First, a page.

Thu, Mar 17|
Clemson Design Center in Charleston
This conference includes key figures who initiated the culture/process/project of inclusion in Clemson University while feeling othered in our institution, South Carolina and the nation as a whole. The conference will aim to expose the hidden history of injustice. REGISTRATION CLOSES MARCH 3RD
Time & Location
Mar 17, 2022, 6:00 PM – Mar 20, 2022, 11:00 AM
Clemson Design Center in Charleston, 701 E Bay St, Charleston, SC 29403, USA
About the event
The history of Clemson University (C.U.) has traces of a segregationist South. The school of architecture, the only program in South Carolina, was established more than a 100 years ago. Many of the buildings you see on campus today were constructed by the hands of convict laborers and sit on the land that once operated as a plantation with enslaved labor. The university has experienced decades of sparse social and cultural transitions. Harvey Gantt was the first black student to be admitted to this university in 1963. He graduated from the school of architecture in 1965, and surely felt the pressure of being othered when his achievements made history. The Charleston born architect and former mayor of Charlotte, N.C.(1983-87) met his wife Lucinda Brawley at C.U., the first black woman who attended in that same year. C.U. named the Harvey and Lucinda Gantt Multicultural Center in their honor. The Center is part of the Division of Inclusion and Equity. Ray Huff, FAIA of Huff+Gooden Architects who followed the Gantts in 1966, is also a Charleston native, and is currently the director of the Clemson Architecture Center of Charleston (CACC).
This conference includes some key figures who initiated the culture/process/project of inclusion in Clemson University while the feeling of being othered is still noticeable in our institution, South Carolina and the nation as a whole. With minorities representing only 11% of the student population of 25,000, establishing a sense of community has been a challenge at Clemson University. In order to settle a sense of belonging within a culture still dominated by white supremacy, like Gantt and Huff, Julian Owens, M.Arch ‘19, took the initiative to establish the first NOMAS chapter at Clemson’s School of Architecture. With the help of fellow minority architecture students and the support of Prof. Robert Hogan, cNOMAS was born in 2015. In 2021, with its 40 members, the chapter has grown to be a significant organization to students, faculty and alumni and continuously advocates for inclusive, just, equitable and diverse approaches to building a stronger Clemson community.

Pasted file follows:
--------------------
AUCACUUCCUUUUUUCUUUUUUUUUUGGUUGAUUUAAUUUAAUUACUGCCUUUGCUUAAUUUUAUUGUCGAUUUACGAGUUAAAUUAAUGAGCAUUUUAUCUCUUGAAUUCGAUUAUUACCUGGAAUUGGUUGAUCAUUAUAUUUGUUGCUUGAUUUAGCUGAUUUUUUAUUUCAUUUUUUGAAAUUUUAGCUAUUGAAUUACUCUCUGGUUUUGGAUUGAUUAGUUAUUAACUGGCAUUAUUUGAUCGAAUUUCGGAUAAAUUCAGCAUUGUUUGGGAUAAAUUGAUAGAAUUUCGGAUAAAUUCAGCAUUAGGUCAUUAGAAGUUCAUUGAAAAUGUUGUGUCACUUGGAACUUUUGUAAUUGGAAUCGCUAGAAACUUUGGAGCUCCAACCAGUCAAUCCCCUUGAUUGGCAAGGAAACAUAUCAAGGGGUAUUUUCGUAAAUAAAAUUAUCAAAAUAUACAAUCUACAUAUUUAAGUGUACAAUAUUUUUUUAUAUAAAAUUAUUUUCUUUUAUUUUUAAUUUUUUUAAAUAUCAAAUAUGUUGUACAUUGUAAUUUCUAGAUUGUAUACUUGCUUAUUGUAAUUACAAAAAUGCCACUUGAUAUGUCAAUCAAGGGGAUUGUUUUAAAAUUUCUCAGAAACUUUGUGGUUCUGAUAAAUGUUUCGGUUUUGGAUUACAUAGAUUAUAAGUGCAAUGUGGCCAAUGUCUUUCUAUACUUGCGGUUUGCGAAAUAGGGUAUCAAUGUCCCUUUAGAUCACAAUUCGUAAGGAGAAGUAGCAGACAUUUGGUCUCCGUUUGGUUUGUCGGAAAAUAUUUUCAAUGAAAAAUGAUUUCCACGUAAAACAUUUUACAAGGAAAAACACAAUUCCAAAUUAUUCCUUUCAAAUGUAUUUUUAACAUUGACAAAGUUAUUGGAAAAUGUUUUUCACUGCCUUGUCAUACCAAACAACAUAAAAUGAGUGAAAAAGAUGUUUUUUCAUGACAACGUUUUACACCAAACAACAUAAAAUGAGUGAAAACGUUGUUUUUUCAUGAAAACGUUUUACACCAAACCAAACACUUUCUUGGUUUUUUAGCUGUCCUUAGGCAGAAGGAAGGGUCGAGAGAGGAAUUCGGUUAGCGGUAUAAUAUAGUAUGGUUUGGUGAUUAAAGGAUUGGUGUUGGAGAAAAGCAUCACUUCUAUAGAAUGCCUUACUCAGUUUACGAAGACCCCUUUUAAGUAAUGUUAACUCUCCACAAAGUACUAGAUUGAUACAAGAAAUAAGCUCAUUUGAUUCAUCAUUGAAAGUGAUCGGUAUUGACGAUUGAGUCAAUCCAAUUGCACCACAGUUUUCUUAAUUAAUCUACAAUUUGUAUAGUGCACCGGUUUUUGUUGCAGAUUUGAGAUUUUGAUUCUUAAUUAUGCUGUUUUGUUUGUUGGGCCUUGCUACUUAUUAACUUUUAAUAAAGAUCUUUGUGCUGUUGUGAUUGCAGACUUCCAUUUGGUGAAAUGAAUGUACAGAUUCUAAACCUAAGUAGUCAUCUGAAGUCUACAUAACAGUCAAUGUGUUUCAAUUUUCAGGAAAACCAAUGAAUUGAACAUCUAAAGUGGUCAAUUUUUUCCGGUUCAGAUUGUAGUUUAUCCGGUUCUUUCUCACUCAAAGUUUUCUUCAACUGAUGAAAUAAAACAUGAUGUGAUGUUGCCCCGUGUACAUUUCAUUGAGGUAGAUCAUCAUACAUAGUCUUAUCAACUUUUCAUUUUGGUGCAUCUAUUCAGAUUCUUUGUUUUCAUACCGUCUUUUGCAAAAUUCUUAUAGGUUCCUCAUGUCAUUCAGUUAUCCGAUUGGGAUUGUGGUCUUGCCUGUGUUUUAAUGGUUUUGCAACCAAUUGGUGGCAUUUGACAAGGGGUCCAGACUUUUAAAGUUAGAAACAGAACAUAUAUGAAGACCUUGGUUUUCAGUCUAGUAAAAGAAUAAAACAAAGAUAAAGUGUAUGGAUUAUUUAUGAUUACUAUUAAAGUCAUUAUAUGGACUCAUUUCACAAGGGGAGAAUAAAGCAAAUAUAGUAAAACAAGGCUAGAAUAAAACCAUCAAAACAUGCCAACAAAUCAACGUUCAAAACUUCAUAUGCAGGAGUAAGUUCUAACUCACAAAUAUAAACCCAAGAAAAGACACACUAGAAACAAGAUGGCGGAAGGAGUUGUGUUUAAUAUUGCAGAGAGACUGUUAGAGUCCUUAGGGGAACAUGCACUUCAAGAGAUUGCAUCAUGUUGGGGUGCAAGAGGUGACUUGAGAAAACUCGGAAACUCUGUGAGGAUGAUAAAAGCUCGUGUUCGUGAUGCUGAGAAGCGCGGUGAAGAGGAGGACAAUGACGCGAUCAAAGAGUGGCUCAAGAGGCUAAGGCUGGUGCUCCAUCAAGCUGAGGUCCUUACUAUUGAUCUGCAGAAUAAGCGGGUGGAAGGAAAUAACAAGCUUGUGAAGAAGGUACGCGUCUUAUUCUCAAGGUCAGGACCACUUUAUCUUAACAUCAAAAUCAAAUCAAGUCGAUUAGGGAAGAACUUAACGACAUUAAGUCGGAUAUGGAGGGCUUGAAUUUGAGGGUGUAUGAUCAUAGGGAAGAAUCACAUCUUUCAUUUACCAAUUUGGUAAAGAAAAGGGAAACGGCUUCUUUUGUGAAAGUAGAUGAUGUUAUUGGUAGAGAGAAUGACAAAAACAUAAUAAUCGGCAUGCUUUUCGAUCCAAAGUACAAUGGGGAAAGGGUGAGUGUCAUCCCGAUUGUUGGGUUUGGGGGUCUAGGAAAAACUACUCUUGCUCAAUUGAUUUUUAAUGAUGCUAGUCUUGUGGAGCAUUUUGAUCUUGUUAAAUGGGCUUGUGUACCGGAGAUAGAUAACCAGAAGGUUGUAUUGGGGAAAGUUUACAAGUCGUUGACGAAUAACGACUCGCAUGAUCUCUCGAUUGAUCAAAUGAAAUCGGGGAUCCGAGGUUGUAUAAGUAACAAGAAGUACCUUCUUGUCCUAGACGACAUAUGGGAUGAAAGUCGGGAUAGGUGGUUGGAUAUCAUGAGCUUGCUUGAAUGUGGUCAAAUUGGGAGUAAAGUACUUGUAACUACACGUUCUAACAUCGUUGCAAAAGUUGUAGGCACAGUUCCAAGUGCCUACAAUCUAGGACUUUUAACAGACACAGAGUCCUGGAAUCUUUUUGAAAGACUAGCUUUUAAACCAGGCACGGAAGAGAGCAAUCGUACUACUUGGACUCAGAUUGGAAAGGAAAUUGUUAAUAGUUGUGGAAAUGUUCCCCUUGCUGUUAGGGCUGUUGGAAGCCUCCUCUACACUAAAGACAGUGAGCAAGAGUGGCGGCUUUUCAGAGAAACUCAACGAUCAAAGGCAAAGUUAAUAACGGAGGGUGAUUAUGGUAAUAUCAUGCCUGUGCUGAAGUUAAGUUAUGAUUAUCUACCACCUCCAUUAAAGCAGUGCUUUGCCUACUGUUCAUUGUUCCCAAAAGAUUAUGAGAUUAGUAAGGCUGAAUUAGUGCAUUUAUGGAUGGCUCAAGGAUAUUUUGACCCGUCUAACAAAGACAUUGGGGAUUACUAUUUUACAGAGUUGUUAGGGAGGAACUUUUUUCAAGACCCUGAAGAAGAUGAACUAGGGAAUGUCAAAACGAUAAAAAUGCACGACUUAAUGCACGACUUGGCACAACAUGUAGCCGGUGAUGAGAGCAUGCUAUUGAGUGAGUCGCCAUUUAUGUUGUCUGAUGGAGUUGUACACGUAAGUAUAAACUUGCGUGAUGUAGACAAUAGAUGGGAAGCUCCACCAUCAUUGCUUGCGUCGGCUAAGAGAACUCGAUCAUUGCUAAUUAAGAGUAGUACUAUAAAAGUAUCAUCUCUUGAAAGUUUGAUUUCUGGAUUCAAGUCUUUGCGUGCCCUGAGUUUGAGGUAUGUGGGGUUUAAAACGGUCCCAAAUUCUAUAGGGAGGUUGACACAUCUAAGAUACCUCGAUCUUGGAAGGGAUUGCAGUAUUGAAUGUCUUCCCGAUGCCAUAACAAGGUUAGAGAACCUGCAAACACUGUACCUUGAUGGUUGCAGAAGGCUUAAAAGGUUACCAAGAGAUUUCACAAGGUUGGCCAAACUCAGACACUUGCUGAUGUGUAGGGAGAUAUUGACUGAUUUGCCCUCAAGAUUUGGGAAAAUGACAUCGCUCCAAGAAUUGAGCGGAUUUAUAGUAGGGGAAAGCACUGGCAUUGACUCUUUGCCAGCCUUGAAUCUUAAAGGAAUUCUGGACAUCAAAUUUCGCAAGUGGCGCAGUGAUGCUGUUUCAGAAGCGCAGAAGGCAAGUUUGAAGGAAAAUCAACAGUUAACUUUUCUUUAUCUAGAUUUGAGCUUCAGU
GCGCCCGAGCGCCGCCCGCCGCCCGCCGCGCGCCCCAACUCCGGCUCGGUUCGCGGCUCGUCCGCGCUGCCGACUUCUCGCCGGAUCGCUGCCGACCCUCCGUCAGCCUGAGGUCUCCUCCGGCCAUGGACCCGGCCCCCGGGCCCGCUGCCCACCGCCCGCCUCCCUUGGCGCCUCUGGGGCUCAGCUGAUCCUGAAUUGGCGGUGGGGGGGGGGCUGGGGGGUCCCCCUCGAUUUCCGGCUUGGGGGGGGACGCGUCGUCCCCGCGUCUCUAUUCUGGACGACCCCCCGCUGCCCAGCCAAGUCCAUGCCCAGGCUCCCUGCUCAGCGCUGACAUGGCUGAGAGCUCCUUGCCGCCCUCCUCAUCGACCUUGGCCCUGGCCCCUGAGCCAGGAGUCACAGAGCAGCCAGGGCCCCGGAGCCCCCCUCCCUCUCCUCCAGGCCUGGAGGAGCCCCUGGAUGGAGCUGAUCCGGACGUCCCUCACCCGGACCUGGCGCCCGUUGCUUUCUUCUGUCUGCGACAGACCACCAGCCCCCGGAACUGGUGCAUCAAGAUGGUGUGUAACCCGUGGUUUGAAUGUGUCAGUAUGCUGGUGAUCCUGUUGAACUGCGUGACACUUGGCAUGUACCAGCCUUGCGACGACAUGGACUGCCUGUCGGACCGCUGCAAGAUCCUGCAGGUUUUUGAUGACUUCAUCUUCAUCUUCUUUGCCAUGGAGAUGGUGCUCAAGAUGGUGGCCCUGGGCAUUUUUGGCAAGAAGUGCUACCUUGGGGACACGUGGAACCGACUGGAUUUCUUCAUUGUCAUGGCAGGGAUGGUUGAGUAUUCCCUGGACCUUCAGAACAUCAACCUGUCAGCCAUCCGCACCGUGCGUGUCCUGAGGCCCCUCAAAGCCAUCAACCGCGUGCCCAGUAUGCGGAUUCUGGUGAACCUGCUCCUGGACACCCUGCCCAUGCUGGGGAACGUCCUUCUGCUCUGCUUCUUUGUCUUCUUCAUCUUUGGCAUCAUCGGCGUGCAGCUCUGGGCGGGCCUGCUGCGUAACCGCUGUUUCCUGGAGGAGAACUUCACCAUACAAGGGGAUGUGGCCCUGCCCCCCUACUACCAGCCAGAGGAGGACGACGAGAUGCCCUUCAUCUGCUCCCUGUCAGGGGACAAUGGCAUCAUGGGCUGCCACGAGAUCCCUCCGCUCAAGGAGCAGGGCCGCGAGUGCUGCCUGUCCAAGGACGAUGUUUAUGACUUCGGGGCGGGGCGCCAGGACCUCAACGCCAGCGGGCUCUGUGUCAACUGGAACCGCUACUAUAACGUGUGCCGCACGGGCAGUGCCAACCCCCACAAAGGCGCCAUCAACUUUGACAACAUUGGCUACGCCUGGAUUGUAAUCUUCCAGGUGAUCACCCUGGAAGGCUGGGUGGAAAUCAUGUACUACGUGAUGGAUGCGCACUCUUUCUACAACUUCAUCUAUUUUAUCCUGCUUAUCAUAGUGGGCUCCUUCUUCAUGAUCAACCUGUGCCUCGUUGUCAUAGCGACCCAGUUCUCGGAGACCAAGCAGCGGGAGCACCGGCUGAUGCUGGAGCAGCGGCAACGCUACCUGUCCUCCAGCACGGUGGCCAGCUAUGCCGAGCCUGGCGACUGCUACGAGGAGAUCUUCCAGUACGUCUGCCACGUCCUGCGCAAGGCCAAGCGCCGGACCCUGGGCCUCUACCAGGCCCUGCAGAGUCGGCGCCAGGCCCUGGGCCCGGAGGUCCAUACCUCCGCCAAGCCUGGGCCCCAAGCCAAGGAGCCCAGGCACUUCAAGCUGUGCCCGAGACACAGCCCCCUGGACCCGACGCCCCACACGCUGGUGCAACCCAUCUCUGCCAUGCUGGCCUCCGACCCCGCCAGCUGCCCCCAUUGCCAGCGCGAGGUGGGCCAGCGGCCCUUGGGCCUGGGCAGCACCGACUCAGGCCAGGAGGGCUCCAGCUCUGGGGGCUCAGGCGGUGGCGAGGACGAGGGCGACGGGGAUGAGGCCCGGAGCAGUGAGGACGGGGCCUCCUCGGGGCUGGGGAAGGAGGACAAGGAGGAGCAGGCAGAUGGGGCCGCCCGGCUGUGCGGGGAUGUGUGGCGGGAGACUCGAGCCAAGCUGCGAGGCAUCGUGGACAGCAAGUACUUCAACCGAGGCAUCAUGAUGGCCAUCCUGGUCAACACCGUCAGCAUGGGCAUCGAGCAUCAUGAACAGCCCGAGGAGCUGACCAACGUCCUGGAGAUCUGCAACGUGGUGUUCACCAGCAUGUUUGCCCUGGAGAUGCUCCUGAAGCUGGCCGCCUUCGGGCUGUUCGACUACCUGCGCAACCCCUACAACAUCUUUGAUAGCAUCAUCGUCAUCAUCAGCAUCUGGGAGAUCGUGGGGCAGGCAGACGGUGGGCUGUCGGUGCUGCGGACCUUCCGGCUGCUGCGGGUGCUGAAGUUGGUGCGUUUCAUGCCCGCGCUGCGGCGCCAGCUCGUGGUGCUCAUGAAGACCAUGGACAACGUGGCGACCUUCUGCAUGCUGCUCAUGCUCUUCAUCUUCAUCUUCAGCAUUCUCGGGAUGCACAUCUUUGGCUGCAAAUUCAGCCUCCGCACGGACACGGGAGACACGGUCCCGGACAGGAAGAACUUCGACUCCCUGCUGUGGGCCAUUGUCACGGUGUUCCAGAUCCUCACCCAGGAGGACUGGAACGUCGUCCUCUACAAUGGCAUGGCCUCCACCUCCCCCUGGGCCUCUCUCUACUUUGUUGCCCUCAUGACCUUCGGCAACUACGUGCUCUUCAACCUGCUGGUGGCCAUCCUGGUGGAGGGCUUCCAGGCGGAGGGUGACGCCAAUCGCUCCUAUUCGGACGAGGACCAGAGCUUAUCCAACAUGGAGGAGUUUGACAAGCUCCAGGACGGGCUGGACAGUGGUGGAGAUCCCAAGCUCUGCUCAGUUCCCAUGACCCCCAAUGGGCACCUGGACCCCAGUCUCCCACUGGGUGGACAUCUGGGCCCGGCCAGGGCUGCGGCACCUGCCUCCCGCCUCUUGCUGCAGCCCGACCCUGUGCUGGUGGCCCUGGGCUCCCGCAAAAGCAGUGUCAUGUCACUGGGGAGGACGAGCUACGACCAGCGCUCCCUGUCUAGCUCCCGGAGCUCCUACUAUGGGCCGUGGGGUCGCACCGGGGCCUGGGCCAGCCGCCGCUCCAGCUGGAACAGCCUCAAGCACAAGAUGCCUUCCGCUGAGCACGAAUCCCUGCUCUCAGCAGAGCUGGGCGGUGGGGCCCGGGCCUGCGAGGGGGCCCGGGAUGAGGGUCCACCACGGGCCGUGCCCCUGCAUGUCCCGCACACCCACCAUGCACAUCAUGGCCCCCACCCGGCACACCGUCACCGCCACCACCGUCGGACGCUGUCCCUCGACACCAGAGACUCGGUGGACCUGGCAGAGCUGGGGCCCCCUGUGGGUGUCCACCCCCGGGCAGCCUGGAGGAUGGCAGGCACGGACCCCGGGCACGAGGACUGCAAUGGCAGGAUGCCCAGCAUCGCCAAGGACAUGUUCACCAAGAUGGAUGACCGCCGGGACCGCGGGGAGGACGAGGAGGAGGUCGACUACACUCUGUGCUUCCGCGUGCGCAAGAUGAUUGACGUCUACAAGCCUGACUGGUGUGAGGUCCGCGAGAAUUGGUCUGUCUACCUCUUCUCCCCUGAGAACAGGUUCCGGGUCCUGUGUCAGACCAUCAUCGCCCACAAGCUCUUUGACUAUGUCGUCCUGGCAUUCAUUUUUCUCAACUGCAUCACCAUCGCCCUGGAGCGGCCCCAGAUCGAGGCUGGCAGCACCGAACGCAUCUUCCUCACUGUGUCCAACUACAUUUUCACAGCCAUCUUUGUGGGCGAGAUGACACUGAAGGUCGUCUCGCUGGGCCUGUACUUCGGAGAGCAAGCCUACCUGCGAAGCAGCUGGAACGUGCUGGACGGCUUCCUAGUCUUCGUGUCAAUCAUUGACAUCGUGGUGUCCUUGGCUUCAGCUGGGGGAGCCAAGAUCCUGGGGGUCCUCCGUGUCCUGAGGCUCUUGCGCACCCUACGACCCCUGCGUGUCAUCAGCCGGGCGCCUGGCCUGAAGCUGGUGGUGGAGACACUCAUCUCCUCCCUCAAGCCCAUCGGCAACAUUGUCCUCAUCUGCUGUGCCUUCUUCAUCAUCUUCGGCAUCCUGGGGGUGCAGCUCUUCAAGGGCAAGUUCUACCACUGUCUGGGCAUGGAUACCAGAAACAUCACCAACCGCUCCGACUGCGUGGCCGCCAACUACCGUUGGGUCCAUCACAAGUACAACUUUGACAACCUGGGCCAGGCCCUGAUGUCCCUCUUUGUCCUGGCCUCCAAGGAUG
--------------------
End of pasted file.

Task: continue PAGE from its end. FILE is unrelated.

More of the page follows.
Charleston’s rich history and it’s current urban conflicts make it the perfect location for a conference addressing racial and social injustices within architecture. It is clear that, retelling our nation’s history, we have to bring back to the surface the pages of truth torn out from present education books. This is an erasure that misrepresents the real foundation of its history and silently supports inequality, injustice, and bigotry. However, thanks to architecture the history cannot be fully hidden. As the tool of collective memory, building surfaces chronicle the remnants of the past. Traces of the past on the urban surfaces of Charleston like the fingerprints on brick walls uncover a concealed narrative. The sanitized history presented as the shell of Charleston’s present existence, and the romanticized history of slavery in the south found in textbooks cannot erase the stories the built environment can tell. Then, can we reconsider architecture as an alternative book of history? The conference will revolve around this question through some historic evidence and contemporary examples exposing the hidden history of injustice.
2 hours 45 minutes
KeynoteMother Emanuel AME
1 hour 15 minutes